sun 05/12/2021

Manic Street Preachers, Brighton Dome review - solid gig occasionally explodes to another level | reviews, news & interviews

Manic Street Preachers, Brighton Dome review - solid gig occasionally explodes to another level

Manic Street Preachers, Brighton Dome review - solid gig occasionally explodes to another level

Politically literate Welsh pop-rockers still have fire in their bellies

Sean Moore, Nicky Wire and James Dean Bradfield

There is a three song segment midway through Manic Street Preachers’ set which suddenly ramps everything up. For this brief while, the performance and response in the sold-out, nigh-on-2000-capacity venue, elevates the concert from another decent gig on another tour in front of a devoted fanbase, to something more memorable and truly electric.

It also sums up the Welsh rock stalwarts’ unlikely fusion of socially aware poetics and cheesy rock which, at its best, can be exuberant and touching.

Having come onstage to what sounds like a looped house rejig of Frankie Goes To Hollywood’s last proper hit, “Rage Hard”, the three Manics, accompanied by touring guitarist Wayne Murray and keyboard-player Nick Nasmyth, open with reliable early hit “Motorcycle Emptiness”. Their backdrop is the cover to new album The Ultra Vivid Lament, peppered with spotlights that flare regularly in red and white, rendering the band silhouettes. The second song, “Orwellian”, a new one, demonstrates with rolling ease that they’ve not lost their knack for a catchy tune tied to a pithy lyric. My accomplice claims it is sounds like Duran Duran, “in a good way”, and he has a point; “Ordinary World”-era.

While guitarist-frontman James Dean Bradfield and drummer Sean Moore are prosaically dressed in black, bassist Nicky Wire, ever-lanky, remains the visual focus point, clad in white trousers, black box jacket (later changed to a Clash-style stencil-motif affair) and, of course, shades. He grooves round constantly on his floor-bound feet, as if attempting one of those pre-Beatles early-Sixties dance crazes, manages a scissor kick during “Enola/Alone”, and complains dryly about his 52-year-old knees.

It is, however, when they reach “If You Tolerate This Then Your Children Will Be Next” that things truly enliven. It’s extraordinary that this raging, emotive, socialistic anthem was a No.1 hit and remains one of the Nineties’ best, still able to sweep everyone in the Brighton Dome up. Partly because, of course, its lyrics are even more pertinent now than when it was released in 1998.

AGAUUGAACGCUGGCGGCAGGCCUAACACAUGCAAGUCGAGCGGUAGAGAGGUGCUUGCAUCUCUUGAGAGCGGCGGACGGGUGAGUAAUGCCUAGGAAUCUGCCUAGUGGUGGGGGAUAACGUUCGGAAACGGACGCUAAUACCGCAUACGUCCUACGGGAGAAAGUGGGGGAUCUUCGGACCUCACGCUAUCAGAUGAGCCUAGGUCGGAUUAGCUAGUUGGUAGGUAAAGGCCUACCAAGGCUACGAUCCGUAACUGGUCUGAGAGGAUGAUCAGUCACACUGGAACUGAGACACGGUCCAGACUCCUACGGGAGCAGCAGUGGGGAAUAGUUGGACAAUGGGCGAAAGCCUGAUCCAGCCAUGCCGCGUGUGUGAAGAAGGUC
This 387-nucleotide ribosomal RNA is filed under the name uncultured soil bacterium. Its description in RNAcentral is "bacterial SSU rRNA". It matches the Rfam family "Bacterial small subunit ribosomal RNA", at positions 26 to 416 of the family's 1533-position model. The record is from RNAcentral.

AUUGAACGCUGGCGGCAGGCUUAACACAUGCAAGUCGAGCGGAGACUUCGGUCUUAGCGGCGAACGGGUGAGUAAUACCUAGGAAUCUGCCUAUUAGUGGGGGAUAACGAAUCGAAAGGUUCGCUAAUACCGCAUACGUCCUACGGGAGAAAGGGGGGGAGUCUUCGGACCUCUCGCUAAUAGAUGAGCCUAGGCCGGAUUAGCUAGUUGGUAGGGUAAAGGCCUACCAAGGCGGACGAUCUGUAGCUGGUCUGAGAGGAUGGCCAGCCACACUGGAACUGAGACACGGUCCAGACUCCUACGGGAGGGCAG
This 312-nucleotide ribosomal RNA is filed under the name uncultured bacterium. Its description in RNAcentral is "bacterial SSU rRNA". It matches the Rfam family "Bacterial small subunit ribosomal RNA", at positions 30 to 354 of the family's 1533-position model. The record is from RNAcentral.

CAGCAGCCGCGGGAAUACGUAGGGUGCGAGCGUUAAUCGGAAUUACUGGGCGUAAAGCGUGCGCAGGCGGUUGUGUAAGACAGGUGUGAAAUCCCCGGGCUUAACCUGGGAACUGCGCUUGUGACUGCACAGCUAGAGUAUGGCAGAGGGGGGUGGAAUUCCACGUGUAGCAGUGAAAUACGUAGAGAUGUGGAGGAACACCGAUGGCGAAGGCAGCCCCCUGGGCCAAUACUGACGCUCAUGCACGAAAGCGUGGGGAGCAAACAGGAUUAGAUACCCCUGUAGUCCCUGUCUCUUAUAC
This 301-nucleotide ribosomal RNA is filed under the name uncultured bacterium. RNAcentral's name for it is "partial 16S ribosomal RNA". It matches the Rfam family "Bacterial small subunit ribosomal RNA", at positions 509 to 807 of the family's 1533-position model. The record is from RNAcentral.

After it, the band leave the stage except for Bradfield who plays a solo acoustic version of “La Tristessa Durera (Scream to a Sigh)”. Before it, he asks that, due to “wear and tear”, can we “give him a hand on the high notes”. We do. The rendition comes over raw, sparse, and lo-fi. It’s impressive. Wire comes back on and calls him a “perfect meeting of Tom Jones and Stuart Adamson [of Big Country]”, then they tear into a ripping version of Guns N’ Roses’ “Sweet Child O' Mine” that simply sets the place on fire.

At times like these, the Manic’s capacity for going over the top holds firm - they simply get away with it through pure chutzpah - but at others, such as “Tsunami” or self-referential nostalgic newie “Still Snowing in Sapporo”, they are unappealingly closer to Jim Steinman’s Meatloaf bombast. Nevertheless, they rebuild from their mid-set peak, returning to their earliest incarnation on numbers such as “Slash’n’Burn” and “Spectators of Suicide” which to my ears, back in the day, sounded like punk rock played by Eighties hair metallers. They still do!

The crowd, although given to occasional singalongs (notably on “You Stole the Sun From my Heart”) is rather staid, most of them there to watch rather than actively participate. This always somewhat dampens a gig. Some bands are trans-generational, but most here were probably over 20 when the group had their first success as the Nineties began. This is possibly reflected in Wire’s proclamation near the end that we are going to “push through” the last two songs.

Happily those songs boost the energy levels back up, with 1991’s shouty “You Love Us”, followed by another of Manic Street Preachers' stadium roof-lifters with lyrical heft and heart, “A Design For life”, which closes the show on a suitably effusive high.

Below: Watch the video for "Orwellian" by Manic Street Preachers

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